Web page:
Under the guise of a “philanthropic mission” to stimulate trade and provide humanitarian assistance for the Indigenous population in Central Africa, Leopold had succeeded in convincing other European countries to entrust the Congo to him as his private property in 1885. His agenda to turn Belgium into a colonial power through the extraction of natural resources by means of a forced labor system and land expropriation was only revealed years later.
While colonial rule was flourishing all over Africa, Leopold’s government in the Congo Basin was committing atrocities against the Indigenous population, which comprised most of the labor force for resource extraction. If rubber collection quotas were not met, punishment could include kidnapping, the severing of hands and murder. Demographers estimate that by the end of Leopold’s reign, the population had decreased by around 10 million people.
It was during this period that Socfin’s founder Adrien Hallet was sent to Central Africa, where he secured his own wealth after studying natural rubber and developing new cultivation methods to maximize yields. To what extent he knew about the brutality taking place in the Congo, or whether he was involved in it, is not evident from the sources available. Records show Hallet was in the orbit of the royal family and obtained wealth through the trade of African rubber.
The profusion of human rights abuses in the Congo eventually led other European leaders to force Leopold to relinquish control of the Congo Basin territory in 1908.
But by that time Hallet had moved on to Southeast Asia, where climatic and soil conditions were just as promising for plantation development as in the Congo Basin. The general environment was more suitable for Hallet’s business plans, one of the factors being a cheaper and more productive labor force. He experimented with the cultivation methods he had developed in Africa and was a crucial part of launching an international investment in Asian rubber plantations. That’s when he founded Socfin in 1909.
Today, Southeast Asia – particularly Indonesia and Malaysia – is the world’s palm oil hotspot, producing around 85 percent of the global supply. But during Hallet’s time, oil palm trees (Elaeis guineensis) were imported there primarily for aesthetic purposes. Hallet, so the records say, noticed large oil palms lining the streets, with their fruits containing more pulp and a smaller core than the ones he knew from Africa.
Hallet turned this observation into a business idea and in 1911 started the world’s first large-scale commercial oil palm plantation in the Asahan Regency on the Indonesian island of Sumatra. He subsequently teamed up with his friend, French writer Henri Fauconnier, who had acquired land in Malaysia, and began exporting palm oil to Europe.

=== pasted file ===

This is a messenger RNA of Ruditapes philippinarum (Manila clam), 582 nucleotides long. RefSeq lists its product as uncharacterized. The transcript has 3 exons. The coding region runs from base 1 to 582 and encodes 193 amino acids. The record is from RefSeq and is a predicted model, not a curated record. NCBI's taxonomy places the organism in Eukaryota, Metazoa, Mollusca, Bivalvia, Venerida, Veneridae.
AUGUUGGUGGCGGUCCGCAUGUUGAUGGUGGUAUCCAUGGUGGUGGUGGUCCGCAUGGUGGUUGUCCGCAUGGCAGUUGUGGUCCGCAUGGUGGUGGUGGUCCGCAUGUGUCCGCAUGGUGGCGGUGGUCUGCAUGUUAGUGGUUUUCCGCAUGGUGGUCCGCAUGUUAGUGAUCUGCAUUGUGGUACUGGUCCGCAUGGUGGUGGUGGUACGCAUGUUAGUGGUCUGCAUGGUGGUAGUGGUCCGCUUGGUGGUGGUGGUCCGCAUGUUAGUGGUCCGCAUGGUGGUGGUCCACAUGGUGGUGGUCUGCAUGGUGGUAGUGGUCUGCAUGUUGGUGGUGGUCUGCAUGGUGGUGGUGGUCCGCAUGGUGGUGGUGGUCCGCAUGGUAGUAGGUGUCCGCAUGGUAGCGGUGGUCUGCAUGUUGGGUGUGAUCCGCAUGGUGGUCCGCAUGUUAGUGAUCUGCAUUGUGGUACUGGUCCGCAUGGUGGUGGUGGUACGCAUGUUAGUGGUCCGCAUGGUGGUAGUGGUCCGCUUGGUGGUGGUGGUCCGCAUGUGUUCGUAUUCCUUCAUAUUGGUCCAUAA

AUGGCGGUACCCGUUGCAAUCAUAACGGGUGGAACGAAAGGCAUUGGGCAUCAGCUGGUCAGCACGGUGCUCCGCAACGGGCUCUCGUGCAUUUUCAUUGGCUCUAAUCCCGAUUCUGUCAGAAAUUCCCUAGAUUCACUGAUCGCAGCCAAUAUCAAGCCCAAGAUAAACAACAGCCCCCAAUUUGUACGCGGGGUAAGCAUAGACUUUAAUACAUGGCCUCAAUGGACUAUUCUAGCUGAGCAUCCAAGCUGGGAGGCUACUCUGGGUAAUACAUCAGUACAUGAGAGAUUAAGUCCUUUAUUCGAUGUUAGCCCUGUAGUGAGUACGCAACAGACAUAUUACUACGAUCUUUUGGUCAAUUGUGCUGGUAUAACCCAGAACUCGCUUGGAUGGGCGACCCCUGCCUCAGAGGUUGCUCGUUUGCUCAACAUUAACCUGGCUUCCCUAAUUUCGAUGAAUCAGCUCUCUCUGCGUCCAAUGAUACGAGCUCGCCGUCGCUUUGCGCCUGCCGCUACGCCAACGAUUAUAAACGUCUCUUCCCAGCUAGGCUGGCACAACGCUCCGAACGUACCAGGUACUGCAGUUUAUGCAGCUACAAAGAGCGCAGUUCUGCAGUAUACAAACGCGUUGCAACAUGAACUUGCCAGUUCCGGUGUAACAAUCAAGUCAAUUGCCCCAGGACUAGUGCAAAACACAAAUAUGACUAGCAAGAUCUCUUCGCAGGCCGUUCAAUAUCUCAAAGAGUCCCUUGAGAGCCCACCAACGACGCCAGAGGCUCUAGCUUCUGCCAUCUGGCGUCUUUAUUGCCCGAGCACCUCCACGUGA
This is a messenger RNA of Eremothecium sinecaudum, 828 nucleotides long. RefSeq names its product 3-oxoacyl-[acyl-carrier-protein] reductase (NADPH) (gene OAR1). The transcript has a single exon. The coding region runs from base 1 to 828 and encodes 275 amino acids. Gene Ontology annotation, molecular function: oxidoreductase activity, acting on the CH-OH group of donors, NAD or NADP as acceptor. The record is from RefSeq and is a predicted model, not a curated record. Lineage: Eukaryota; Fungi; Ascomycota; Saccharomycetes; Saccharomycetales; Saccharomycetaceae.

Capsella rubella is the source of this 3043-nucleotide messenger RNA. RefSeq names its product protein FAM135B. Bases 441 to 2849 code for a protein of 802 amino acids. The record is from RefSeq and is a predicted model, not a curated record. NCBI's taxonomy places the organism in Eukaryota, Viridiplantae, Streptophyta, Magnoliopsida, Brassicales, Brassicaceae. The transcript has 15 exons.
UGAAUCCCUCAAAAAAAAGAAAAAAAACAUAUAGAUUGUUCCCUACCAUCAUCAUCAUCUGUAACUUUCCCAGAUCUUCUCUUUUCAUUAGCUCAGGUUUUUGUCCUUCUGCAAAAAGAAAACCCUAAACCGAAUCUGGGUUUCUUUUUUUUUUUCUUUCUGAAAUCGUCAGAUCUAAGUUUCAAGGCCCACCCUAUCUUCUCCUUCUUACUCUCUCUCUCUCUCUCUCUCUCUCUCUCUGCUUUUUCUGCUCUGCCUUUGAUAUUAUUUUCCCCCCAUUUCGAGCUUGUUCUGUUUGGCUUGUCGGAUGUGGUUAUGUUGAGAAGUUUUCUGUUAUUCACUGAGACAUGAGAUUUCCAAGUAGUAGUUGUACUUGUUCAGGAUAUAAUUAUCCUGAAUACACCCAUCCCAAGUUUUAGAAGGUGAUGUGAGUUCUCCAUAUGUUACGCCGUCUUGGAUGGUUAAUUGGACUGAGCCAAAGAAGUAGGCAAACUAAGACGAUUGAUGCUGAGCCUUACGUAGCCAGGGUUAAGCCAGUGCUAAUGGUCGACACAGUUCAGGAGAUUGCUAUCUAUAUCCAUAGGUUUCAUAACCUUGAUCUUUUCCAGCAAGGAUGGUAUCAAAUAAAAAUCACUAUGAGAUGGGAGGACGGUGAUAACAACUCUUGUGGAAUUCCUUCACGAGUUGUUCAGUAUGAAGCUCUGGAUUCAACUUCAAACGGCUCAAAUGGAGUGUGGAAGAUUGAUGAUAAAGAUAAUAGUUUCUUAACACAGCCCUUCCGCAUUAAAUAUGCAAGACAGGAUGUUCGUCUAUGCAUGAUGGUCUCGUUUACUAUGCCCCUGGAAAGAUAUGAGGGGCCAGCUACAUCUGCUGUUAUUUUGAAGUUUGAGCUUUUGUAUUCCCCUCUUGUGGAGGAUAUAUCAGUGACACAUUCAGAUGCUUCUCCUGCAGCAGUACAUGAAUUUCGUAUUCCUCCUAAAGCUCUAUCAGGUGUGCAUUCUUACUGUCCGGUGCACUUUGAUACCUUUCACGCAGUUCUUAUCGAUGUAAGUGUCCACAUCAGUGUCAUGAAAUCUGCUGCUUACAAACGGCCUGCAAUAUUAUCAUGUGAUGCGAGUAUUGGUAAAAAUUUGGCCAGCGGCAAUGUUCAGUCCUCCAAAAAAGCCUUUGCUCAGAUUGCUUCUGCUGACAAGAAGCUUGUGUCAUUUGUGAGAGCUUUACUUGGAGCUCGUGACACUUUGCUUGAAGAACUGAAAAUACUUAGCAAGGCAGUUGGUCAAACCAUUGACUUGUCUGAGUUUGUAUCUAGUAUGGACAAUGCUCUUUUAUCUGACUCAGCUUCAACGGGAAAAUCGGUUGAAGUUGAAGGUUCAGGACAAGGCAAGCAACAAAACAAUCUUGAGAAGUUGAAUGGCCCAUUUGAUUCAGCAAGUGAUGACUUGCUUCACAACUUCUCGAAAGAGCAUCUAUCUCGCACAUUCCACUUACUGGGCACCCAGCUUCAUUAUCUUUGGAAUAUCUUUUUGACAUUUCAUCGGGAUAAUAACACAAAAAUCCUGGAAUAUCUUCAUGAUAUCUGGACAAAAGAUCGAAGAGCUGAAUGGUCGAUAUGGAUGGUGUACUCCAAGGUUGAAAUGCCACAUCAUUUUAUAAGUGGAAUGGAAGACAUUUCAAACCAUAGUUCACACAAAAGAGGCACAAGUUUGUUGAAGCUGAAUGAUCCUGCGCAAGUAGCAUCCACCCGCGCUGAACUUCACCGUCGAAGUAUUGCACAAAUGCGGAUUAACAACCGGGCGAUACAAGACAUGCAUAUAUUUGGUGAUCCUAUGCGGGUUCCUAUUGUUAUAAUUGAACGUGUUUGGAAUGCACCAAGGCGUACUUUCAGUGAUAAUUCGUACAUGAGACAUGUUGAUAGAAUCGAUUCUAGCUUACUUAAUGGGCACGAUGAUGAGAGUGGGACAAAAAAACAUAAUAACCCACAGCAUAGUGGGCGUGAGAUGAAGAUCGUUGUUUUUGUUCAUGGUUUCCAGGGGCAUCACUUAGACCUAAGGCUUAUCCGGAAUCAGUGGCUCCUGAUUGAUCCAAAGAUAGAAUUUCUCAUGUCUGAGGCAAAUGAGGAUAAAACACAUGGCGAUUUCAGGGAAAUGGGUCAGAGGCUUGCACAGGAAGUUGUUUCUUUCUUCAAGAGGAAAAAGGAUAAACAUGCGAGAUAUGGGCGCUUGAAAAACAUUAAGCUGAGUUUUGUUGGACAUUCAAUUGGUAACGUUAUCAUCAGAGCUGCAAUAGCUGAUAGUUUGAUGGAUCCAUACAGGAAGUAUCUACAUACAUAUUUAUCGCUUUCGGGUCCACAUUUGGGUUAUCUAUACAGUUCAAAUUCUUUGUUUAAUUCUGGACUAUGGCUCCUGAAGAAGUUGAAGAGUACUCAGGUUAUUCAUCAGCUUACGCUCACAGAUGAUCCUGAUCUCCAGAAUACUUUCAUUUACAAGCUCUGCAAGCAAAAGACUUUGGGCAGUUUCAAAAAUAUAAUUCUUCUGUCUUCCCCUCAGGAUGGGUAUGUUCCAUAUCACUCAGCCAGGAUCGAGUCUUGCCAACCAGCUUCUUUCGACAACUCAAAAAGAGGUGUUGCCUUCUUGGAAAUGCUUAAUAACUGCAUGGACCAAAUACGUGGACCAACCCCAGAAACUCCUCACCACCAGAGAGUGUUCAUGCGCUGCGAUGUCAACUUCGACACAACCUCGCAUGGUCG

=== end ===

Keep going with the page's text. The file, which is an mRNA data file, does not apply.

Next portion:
Early 20th century Europe was rapidly industrializing and increasingly reliant on products produced in colonized territories. As the rubber boom waned, palm oil demand was rising. Hallet, having diversified crops on his plantations from an early stage, was able to continuously tap into capital and expand his holdings. By the time of his death in 1925, he had founded more than 20 companies and controlled 73,000 hectares of rubber plantations, 29,000 hectares of oil palm plantations and 21,000 hectares of coffee plantations in Africa and Southeast Asia.
However, expansion did not stop with Hallet’s death. Robert Hallet, Adrien Hallet’s son, took over control of the Hallet Group, using profits from Southeast Asia’s rubber boom in the 1920s to reach deeper into Africa where Socfin established two large plantations in the Congo in the 1930s. By 1944, the group was managing about a third of Indonesia’s rubber production, which, records indicate, came at a cost to local communities whose residents endured the imposition of the colonial system, including forced labor and the appropriation of ancestral land.
By 1940, the Hallet group was controlling 350,000 hectares of land in Asia and Africa, as well as providing 6 percent of the world’s rubber supply and 20 percent of global palm oil exports.
When the colonized world in Asia and Africa acquired independence between 1945 and 1960, Socfin managed to survive without taking a major hit. But decolonization didn’t mean the end of foreign control of Indigenous land in the developing world; it just changed its shape. Although many plantations in former colonies were expropriated and nationalized in the 1950s and ‘60s, soon afterwards, due to the legacy of decades of colonial rule and the subsequent lack of local expertise and capital needed to meet the requirements of the World Bank’s economic incentive programs, the newly independent governments drew on foreign capital to keep the businesses and exports running.
“[Newly independent African nations] inherited unevenly developed economies … Markets often functioned imperfectly and foreigners dominated trade and most modern businesses,” a report by the World Bank described in 1981.
Companies that had operated in the Far East, Southeast Asia and Africa had an advantage in the new scramble for land that soon began, and took over newly nationalized plantations. Again, land was given into private hands, just that now it was legitimized by international bodies like the World Bank and the International Monetary Fund (IMF), which were promoting privatization and foreign investment through their structural adjustment programs.